Sillerman, who helped boost Clear Channel, is vying with Live Nation, a spin-off of Clear Channel and the most prominent concert promoter in America, to get a competitive edge on the EDM market. In the last few months, for instance, Live Nation has picked up Cream Holdings and Hard Events4, as well as establishing a partnership with Insomniac Events, the company that produces the well-known “Electric Daisy Carnival” festivals around America.

Despite strong competition, Sillerman’s business is fundamentally different to that of Live Nation, a mature ticketing and concert promotion business whose focus is wide reaching. By narrowing its scope, SFX Entertainment will likely integrate EDM festival events faster and reach out swiftly to the genre’s organizations and businesses.5

Still, the future looks uncertain for SFX. EDM has to overcome its status as yet another trendy fad. For now, it has had success in propagating itself across mainstream music tastes. A cursory look at Billboard’s Hot 100 reveals dozens of songs that incorporate EDM influences. EDM festivals and concerts across the world have sold out within minutes of tickets being made available to the public. In addition, EDM producers have been invited into studio sessions with prominent Top 40 artists, and radio stations across the country have broadcast such collaborations.  The genre has gained notoriety too for a pervasive drug culture that caused death, leading to several event shutdowns. Understandably, this has turned sponsors off.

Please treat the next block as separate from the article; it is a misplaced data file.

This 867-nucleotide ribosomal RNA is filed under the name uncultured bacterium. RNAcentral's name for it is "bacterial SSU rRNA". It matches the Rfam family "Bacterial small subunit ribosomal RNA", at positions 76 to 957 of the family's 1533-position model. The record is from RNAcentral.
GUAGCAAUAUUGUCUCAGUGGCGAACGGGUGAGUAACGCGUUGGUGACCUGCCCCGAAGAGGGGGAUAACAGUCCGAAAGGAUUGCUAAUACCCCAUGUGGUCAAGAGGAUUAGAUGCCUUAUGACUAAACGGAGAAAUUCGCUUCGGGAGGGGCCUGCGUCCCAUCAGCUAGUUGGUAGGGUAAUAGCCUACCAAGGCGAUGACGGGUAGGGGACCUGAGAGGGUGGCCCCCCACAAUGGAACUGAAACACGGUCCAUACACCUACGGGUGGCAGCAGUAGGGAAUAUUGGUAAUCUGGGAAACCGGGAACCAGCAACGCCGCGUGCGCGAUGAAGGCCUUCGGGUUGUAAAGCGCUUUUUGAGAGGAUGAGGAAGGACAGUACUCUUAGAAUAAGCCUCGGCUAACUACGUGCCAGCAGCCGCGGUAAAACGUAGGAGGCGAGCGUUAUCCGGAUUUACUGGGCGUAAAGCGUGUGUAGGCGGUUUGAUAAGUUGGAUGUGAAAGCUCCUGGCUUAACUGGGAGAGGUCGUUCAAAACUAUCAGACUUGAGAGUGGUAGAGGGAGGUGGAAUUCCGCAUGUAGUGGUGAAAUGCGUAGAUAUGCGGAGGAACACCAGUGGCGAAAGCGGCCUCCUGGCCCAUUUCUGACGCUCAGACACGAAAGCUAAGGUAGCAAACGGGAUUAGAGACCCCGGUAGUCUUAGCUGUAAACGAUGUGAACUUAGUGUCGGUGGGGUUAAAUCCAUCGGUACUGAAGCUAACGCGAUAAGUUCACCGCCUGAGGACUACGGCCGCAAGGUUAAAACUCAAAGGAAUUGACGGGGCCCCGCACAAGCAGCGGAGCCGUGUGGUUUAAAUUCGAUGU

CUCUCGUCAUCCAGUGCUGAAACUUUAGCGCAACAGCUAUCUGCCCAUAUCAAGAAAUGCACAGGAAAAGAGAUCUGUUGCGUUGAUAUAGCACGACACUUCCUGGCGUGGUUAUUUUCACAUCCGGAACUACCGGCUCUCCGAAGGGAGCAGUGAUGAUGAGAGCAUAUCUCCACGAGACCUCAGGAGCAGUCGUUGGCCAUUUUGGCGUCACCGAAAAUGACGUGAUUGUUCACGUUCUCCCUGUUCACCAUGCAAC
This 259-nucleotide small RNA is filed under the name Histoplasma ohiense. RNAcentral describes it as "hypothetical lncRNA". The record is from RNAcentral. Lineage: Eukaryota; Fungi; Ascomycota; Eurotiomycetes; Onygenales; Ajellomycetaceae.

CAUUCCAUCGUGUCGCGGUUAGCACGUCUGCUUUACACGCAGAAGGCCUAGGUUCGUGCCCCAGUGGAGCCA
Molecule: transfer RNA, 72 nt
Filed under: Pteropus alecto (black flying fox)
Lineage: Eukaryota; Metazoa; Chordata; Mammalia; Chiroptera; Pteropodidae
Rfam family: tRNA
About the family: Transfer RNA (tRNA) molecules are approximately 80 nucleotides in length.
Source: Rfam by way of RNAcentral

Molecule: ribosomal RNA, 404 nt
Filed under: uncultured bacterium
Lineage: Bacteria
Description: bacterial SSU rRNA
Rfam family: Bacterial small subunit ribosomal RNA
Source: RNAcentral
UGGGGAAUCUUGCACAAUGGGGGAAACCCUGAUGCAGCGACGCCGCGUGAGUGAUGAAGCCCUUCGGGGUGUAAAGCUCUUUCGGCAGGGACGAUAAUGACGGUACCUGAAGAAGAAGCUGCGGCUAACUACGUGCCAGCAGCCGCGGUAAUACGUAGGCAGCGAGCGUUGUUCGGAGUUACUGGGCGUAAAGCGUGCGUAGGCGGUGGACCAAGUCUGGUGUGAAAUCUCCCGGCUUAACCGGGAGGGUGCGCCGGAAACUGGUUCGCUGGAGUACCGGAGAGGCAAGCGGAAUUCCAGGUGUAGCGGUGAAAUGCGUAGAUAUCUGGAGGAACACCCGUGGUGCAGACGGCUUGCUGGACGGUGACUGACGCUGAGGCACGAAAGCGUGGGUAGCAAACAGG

EDM’s Challenge

Reactions to SFX Entertainment among EDM fans have been mixed.

Ethically, DJ RAP approves: “I don’t see SFX as a threat at all to the EDM scene or my career; [it is] still a men’s club [and] I hope Sillerman will be more open-minded and supportive of new female talent”6. DJ Whitney Fierce, instead, sees a more efficient business model for EDM, suggesting a better vertical integration between live music promoters and recorded music vendors (presumably because of the large scale investment of SFX).